Monday, July 11, 2016


Julieta (Emma Suarez) tries to pack all of her books to take with her as she leaves Madrid to move to Portugal with her boyfriend. Everything is going according to plan until she runs into Bea, her daughter Antia’s childhood best friend, who tells her that she saw her at the Alps with her two sons in tow. Julieta reveals that she has not seen her daughter since she went on a retreat 12 years ago and never came back. Distraught, she leaves her boyfriend up in the air, moves back to her old apartment, and starts to write everything she ever wanted to say to her daughter in a notebook, with a sudden desire to find her again after all the years that have passed. She begins her story when she was younger (Adriana Ugarte), meeting Xoan (Daniel Grao), the love of his life, on a night train to Madrid.

To be totally blunt, the movie kind of bored me. I am no stranger to Almodovar’s body of work, but I guess what I really admire about his films is the rollercoaster ride of not knowing what is going to happen next, as well as being bombarded with plot twists that leave you in awe. Julieta simply does not have that element, although it is still totally in line with the director’s trademark of anchoring his narrative on strong female characters. There are no big revelations here. In the end, we are just following the story of a woman victimized by circumstances, trying to find a way back to normal life, or at least a semblance of it.

Despite the rather lackluster flow of events, the film is not devoid of cinematic artistry. There are plenty of scenes shot in such a way that it feels as though you are watching moving art. There is that one sequence with a stag running through the snow as viewed from the train window. That shot is so visually appealing it comes off as surreal. And then there is the window scene at Xoan’s house overlooking the sea, which looks like a painting in motion. In a way, it is that delicate attention to such tiny details that makes you admire the film as an art piece.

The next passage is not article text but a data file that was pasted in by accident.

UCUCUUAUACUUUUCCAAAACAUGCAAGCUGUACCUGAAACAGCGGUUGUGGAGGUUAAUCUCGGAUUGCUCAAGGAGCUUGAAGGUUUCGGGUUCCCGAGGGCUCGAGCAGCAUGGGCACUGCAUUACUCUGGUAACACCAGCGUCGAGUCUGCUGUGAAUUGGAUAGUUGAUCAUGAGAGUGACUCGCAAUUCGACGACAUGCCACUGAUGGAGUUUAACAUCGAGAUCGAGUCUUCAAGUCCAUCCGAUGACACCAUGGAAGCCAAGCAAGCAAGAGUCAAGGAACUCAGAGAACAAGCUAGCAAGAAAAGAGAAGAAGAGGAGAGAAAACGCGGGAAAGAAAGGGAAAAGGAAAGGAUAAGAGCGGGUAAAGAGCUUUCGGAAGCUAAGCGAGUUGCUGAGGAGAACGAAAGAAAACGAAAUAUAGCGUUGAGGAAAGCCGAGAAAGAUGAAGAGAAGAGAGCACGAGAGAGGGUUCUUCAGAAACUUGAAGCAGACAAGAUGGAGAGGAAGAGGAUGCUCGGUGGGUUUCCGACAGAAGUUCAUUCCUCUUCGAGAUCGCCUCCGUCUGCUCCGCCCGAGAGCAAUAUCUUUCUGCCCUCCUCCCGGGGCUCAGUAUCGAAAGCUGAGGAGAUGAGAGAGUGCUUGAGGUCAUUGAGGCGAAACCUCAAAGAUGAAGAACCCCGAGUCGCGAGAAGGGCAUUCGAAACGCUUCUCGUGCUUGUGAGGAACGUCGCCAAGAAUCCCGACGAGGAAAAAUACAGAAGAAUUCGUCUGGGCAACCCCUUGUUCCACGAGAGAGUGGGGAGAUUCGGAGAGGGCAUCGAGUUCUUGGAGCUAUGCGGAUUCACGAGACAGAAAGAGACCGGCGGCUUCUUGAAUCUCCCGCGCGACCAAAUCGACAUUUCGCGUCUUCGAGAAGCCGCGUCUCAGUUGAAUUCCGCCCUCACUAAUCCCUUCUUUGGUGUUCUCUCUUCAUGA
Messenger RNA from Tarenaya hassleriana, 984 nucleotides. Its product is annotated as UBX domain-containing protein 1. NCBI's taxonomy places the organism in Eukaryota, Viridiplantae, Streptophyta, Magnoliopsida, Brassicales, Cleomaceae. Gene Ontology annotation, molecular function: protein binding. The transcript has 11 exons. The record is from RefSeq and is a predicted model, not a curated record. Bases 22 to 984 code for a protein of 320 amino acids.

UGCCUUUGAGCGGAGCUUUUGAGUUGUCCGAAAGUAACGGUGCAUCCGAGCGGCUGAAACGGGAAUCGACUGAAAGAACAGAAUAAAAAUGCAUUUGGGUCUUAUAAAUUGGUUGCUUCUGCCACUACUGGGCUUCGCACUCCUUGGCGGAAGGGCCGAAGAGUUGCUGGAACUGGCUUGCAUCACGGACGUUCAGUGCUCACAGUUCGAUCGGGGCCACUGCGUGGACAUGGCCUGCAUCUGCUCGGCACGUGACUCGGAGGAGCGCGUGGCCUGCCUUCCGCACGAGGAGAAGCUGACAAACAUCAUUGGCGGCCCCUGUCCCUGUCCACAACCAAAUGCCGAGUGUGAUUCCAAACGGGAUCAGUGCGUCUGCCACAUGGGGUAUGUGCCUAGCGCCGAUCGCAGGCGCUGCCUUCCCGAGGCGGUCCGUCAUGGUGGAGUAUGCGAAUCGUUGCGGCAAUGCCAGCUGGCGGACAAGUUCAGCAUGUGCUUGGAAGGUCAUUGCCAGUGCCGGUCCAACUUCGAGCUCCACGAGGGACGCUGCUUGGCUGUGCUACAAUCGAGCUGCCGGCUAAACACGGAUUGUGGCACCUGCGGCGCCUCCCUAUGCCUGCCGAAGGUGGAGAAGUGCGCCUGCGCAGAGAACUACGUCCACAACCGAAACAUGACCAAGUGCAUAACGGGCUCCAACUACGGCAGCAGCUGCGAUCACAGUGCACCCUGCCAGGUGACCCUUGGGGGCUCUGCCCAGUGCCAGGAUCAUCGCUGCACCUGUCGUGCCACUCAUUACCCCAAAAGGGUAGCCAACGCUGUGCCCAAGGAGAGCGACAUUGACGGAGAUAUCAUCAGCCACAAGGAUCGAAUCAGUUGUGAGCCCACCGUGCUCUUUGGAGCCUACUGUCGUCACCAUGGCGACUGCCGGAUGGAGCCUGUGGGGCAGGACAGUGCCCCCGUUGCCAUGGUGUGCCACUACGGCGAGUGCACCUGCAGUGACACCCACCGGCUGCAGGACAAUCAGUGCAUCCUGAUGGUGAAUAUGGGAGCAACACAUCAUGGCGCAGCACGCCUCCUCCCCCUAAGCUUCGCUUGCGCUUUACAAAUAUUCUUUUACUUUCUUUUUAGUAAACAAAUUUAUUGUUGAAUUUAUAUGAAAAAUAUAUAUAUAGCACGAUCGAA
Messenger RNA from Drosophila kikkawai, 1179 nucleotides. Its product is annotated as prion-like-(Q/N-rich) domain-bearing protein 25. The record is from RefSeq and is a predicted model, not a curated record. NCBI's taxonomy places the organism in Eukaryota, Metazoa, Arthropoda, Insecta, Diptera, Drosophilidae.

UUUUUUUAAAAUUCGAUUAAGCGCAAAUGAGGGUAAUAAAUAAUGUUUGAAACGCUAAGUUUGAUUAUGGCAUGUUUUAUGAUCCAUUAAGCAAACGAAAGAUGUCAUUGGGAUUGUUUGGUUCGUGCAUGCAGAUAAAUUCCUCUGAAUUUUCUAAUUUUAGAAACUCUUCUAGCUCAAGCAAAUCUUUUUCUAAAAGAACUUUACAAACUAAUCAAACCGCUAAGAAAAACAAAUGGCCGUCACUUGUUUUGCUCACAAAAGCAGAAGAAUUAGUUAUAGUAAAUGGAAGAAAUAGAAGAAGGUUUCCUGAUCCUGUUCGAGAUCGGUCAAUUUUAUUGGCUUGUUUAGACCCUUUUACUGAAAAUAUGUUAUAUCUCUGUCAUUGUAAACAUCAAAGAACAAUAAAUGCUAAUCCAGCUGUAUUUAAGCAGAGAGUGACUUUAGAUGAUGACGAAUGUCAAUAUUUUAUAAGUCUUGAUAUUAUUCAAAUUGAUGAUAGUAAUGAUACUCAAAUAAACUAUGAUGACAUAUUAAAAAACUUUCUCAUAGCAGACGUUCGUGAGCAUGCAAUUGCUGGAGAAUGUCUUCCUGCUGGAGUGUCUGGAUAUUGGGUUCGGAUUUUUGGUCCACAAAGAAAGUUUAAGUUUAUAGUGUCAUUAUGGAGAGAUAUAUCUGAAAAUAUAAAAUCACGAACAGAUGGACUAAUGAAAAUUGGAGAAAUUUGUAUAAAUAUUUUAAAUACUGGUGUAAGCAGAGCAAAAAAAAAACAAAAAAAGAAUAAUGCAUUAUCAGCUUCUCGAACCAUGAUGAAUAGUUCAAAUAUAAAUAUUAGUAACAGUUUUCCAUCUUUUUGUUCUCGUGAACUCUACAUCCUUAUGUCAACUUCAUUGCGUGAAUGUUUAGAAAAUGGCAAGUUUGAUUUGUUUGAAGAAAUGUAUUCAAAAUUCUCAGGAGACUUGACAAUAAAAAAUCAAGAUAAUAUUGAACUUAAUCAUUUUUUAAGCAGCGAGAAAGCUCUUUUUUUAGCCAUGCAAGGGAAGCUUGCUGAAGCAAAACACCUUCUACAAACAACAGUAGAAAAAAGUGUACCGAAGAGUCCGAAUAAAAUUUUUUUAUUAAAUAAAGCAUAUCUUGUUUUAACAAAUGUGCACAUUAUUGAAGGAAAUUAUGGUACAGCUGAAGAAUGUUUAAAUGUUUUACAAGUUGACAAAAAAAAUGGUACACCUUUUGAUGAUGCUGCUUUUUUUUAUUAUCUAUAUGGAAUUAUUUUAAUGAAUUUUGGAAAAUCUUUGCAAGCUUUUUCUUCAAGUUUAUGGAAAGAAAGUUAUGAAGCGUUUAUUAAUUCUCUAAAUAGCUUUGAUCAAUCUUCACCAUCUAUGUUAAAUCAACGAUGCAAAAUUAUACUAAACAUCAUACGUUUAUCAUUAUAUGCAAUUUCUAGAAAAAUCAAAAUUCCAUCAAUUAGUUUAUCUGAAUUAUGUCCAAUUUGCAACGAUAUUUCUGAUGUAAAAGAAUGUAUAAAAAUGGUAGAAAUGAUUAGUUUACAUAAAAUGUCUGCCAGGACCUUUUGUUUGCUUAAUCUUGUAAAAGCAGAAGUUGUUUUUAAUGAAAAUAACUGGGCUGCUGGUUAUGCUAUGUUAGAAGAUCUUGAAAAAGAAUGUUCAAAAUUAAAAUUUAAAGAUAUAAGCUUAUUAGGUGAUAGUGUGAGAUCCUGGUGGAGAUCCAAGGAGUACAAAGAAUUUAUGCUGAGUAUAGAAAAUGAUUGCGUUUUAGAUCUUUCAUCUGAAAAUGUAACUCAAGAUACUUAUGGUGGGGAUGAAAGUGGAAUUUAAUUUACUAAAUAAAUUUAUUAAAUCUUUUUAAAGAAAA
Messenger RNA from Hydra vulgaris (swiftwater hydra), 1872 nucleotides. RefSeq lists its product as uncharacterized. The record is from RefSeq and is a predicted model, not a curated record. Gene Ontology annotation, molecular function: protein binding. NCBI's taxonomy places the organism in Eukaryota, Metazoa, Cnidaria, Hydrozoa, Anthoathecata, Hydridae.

There is a scene that I find really symbolic. As a younger Julieta battles a bout of catatonic depression in the bath tub, Antia gets her out of the water with Bea’s help. She dries her mother’s (Ugarte) head with a towel, and then uncovers her face revealing an slightly older version of her (Suarez). Not only is the transition clever, but also rife with the reality of life we have to deal with every day, the mundane routine including something as unexciting as drying your hair after taking a shower. You look at yourself in the mirror. You do not notice it at first, but little by little you get older every day, both literally and figuratively. And then you just realize one day that a couple of years have already passed. You’re still you, supposedly wiser, but not quite, falling prey to this game we call life. This scene is plain genius.

By the way, this film was supposed to be Almodovar’s English language debut, with Meryl Streep portraying BOTH the younger and the older Julieta. You don’t have to be a fan of either of them to get excited over that prospect. It would have been an epic collaboration between two respected veterans of cinema. But it never materialized. Almodovar said that he had no confidence in his English to write a good screenplay, and that his knowledge of New York, where it was supposed to be set, was lacking for him to be able to imbibe the spirit of the place. But this does not mean that either actress he chose failed to deliver. In fact, it is their acting that makes the film tolerable most of the time, because they manage to effortlessly display the vulnerability of the character at different stages in her life.

Even the ending is rather anti-climactic for me, but perhaps it is Almodovar’s ode to life itself, a reaffirmation that not everything will make sense, but the world will keep on turning anyway. Besides, isn’t that the very premise the film is based on? Moving on? So should you. If you want a more intriguing Almodovar film, I suggest you start with Volver before you backtrack to the more controversial ones.

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